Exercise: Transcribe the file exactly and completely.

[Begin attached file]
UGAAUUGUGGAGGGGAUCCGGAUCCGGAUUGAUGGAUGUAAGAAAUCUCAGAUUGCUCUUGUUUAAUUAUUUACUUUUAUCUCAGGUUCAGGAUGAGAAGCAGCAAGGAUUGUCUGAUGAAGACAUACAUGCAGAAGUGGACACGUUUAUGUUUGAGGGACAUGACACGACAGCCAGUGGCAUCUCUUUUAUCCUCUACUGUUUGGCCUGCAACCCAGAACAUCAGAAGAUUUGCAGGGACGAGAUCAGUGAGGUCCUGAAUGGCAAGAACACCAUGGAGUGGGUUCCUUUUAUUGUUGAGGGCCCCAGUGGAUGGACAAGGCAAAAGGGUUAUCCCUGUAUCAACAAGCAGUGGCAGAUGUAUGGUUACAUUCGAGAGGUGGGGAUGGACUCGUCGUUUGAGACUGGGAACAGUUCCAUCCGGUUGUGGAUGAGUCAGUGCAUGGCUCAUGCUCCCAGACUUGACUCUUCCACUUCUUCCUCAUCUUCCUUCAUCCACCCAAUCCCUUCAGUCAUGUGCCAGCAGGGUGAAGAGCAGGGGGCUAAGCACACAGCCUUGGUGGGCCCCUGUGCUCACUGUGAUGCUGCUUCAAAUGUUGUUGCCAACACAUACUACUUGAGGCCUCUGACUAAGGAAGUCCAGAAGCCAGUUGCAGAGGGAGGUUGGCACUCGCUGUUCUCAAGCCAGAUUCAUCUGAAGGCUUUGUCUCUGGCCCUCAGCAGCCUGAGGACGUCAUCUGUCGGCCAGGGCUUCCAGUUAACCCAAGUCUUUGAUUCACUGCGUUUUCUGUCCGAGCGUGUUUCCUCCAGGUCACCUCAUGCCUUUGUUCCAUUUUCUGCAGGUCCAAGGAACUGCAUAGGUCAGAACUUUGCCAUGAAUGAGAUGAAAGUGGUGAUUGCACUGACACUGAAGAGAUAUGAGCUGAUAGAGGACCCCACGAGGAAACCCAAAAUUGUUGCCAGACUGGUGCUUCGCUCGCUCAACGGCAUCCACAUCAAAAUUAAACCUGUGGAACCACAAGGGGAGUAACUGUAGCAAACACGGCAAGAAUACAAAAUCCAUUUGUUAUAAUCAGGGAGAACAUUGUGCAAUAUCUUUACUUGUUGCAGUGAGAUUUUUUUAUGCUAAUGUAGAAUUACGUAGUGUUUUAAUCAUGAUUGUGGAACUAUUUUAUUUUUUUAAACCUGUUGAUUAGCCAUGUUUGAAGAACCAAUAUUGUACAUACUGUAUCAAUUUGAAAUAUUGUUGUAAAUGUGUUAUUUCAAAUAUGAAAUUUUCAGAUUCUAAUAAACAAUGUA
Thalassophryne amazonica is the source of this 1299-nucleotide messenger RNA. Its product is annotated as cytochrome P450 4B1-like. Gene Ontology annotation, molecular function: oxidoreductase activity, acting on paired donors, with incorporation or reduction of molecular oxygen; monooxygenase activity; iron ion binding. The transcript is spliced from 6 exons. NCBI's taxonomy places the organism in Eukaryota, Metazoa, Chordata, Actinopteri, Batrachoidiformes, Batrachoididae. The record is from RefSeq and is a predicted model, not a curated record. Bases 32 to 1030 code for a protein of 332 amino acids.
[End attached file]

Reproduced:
UGAAUUGUGGAGGGGAUCCGGAUCCGGAUUGAUGGAUGUAAGAAAUCUCAGAUUGCUCUUGUUUAAUUAUUUACUUUUAUCUCAGGUUCAGGAUGAGAAGCAGCAAGGAUUGUCUGAUGAAGACAUACAUGCAGAAGUGGACACGUUUAUGUUUGAGGGACAUGACACGACAGCCAGUGGCAUCUCUUUUAUCCUCUACUGUUUGGCCUGCAACCCAGAACAUCAGAAGAUUUGCAGGGACGAGAUCAGUGAGGUCCUGAAUGGCAAGAACACCAUGGAGUGGGUUCCUUUUAUUGUUGAGGGCCCCAGUGGAUGGACAAGGCAAAAGGGUUAUCCCUGUAUCAACAAGCAGUGGCAGAUGUAUGGUUACAUUCGAGAGGUGGGGAUGGACUCGUCGUUUGAGACUGGGAACAGUUCCAUCCGGUUGUGGAUGAGUCAGUGCAUGGCUCAUGCUCCCAGACUUGACUCUUCCACUUCUUCCUCAUCUUCCUUCAUCCACCCAAUCCCUUCAGUCAUGUGCCAGCAGGGUGAAGAGCAGGGGGCUAAGCACACAGCCUUGGUGGGCCCCUGUGCUCACUGUGAUGCUGCUUCAAAUGUUGUUGCCAACACAUACUACUUGAGGCCUCUGACUAAGGAAGUCCAGAAGCCAGUUGCAGAGGGAGGUUGGCACUCGCUGUUCUCAAGCCAGAUUCAUCUGAAGGCUUUGUCUCUGGCCCUCAGCAGCCUGAGGACGUCAUCUGUCGGCCAGGGCUUCCAGUUAACCCAAGUCUUUGAUUCACUGCGUUUUCUGUCCGAGCGUGUUUCCUCCAGGUCACCUCAUGCCUUUGUUCCAUUUUCUGCAGGUCCAAGGAACUGCAUAGGUCAGAACUUUGCCAUGAAUGAGAUGAAAGUGGUGAUUGCACUGACACUGAAGAGAUAUGAGCUGAUAGAGGACCCCACGAGGAAACCCAAAAUUGUUGCCAGACUGGUGCUUCGCUCGCUCAACGGCAUCCACAUCAAAAUUAAACCUGUGGAACCACAAGGGGAGUAACUGUAGCAAACACGGCAAGAAUACAAAAUCCAUUUGUUAUAAUCAGGGAGAACAUUGUGCAAUAUCUUUACUUGUUGCAGUGAGAUUUUUUUAUGCUAAUGUAGAAUUACGUAGUGUUUUAAUCAUGAUUGUGGAACUAUUUUAUUUUUUUAAACCUGUUGAUUAGCCAUGUUUGAAGAACCAAUAUUGUACAUACUGUAUCAAUUUGAAAUAUUGUUGUAAAUGUGUUAUUUCAAAUAUGAAAUUUUCAGAUUCUAAUAAACAAUGUA
Thalassophryne amazonica is the source of this 1299-nucleotide messenger RNA. Its product is annotated as cytochrome P450 4B1-like. Gene Ontology annotation, molecular function: oxidoreductase activity, acting on paired donors, with incorporation or reduction of molecular oxygen; monooxygenase activity; iron ion binding. The transcript is spliced from 6 exons. NCBI's taxonomy places the organism in Eukaryota, Metazoa, Chordata, Actinopteri, Batrachoidiformes, Batrachoididae. The record is from RefSeq and is a predicted model, not a curated record. Bases 32 to 1030 code for a protein of 332 amino acids.